In railroading, a wave of mergers would leave the nation with six large rail systems (including Conrail), competing in an environment where they have more freedom to set prices and provide faster, long-distance service. Those railroads not included in mergfers will be scrambling to win their share of traffic while examining the options of being included in any future mergers.

The Interstate Commerce Commission has indicated that it will take a more liberal attitude toward mergers. If it had not, Congress is on its way to doing so. A railroad deregulation bill on Capitol Hill would make it easier to set contract rates, abandon branch lines, lay neew track, and expand into new markets. While agreement on these and other points has come fairly easily, the bill was slowed in the House of Representatives this summer on a dispute over the level of rates subject to ICC approval.

Unlike deregulation of airlines and trucking, which is at least partly intended to lower rates, the goal of rail deregulation is to increase revenues and raise the capital needed for expansion, maintenance, and repair. The bill is the first major overhaul of railroad regulations since 1887.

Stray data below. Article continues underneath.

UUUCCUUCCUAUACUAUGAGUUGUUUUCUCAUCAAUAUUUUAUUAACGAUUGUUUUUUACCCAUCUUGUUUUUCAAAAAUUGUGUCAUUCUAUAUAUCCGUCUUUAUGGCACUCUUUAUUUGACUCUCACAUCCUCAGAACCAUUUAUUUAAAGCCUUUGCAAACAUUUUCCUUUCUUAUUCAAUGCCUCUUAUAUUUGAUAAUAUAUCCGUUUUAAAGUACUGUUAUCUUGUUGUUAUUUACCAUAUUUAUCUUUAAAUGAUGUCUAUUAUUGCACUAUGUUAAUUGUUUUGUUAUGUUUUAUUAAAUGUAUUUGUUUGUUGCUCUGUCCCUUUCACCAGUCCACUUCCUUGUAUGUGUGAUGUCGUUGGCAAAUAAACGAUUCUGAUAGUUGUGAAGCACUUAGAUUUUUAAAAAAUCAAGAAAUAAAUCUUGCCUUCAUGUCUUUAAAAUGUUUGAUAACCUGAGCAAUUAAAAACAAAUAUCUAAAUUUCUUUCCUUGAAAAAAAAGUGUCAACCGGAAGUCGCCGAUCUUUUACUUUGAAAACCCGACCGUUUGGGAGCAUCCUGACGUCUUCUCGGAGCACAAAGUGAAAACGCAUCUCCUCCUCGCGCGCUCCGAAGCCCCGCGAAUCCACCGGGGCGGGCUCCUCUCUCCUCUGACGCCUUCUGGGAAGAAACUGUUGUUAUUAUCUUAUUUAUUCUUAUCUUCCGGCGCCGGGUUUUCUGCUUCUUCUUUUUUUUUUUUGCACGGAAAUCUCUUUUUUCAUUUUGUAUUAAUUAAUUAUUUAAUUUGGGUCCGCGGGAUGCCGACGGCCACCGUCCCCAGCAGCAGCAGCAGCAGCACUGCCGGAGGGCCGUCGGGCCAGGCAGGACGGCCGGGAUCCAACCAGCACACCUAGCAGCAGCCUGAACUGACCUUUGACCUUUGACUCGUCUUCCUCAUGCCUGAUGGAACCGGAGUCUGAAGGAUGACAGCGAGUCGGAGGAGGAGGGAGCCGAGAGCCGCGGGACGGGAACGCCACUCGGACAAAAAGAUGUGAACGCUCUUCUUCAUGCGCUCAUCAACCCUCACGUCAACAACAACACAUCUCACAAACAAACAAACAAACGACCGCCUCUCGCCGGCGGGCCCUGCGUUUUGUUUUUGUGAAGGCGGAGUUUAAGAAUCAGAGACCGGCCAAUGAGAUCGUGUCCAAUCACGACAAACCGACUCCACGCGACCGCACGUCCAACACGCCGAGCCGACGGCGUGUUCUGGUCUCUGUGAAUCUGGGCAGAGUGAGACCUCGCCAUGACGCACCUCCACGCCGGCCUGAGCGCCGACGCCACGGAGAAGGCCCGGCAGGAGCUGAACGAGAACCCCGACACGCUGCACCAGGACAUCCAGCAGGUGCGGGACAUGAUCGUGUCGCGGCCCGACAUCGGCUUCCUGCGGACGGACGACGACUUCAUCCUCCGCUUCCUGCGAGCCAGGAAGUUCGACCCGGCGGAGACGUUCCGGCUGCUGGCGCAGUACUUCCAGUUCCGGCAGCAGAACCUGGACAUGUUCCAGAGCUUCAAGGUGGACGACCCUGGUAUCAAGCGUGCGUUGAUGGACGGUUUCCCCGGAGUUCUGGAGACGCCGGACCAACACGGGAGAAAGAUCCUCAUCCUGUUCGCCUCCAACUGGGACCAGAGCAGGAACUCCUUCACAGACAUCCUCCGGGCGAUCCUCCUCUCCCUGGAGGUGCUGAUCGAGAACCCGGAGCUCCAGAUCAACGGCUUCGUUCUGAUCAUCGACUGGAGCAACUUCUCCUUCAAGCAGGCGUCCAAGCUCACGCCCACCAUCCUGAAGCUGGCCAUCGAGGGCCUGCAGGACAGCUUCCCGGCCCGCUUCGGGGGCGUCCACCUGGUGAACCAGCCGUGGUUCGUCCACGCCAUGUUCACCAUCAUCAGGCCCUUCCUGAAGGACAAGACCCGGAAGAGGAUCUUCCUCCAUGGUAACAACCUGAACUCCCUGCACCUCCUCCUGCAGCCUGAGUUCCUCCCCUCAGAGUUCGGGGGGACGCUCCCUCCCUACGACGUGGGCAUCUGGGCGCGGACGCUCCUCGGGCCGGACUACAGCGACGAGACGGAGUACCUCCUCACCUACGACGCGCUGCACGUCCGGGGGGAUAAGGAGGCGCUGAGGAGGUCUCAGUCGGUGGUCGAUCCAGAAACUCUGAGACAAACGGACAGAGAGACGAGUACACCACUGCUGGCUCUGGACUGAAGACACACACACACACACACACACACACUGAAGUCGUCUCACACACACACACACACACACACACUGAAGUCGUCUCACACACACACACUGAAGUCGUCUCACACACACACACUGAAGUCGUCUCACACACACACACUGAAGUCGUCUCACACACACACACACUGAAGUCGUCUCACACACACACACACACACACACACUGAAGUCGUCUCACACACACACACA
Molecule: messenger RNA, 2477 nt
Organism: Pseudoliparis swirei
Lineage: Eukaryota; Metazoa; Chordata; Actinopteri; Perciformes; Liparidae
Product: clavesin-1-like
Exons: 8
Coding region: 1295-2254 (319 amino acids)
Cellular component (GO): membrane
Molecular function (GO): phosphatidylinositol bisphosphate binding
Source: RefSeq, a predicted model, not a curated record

Until now, government regulations over the railroads and other freight carriers have given transport executives a haven from an important competitive decision faced by their colleagues in other industries: setting prices. The rates they charged for their services were set in industry cartels and approved by the government regulators. No more.

"We're going to increase our reliance on the marketplace whereever possible," said ICC Commissioner Thomas A. Trantum.

While "the government is not sitting here with a grand design of what freight transport should look like ten years gets the trucks and railroads and water carriers working more closely together. It's in their economic interest."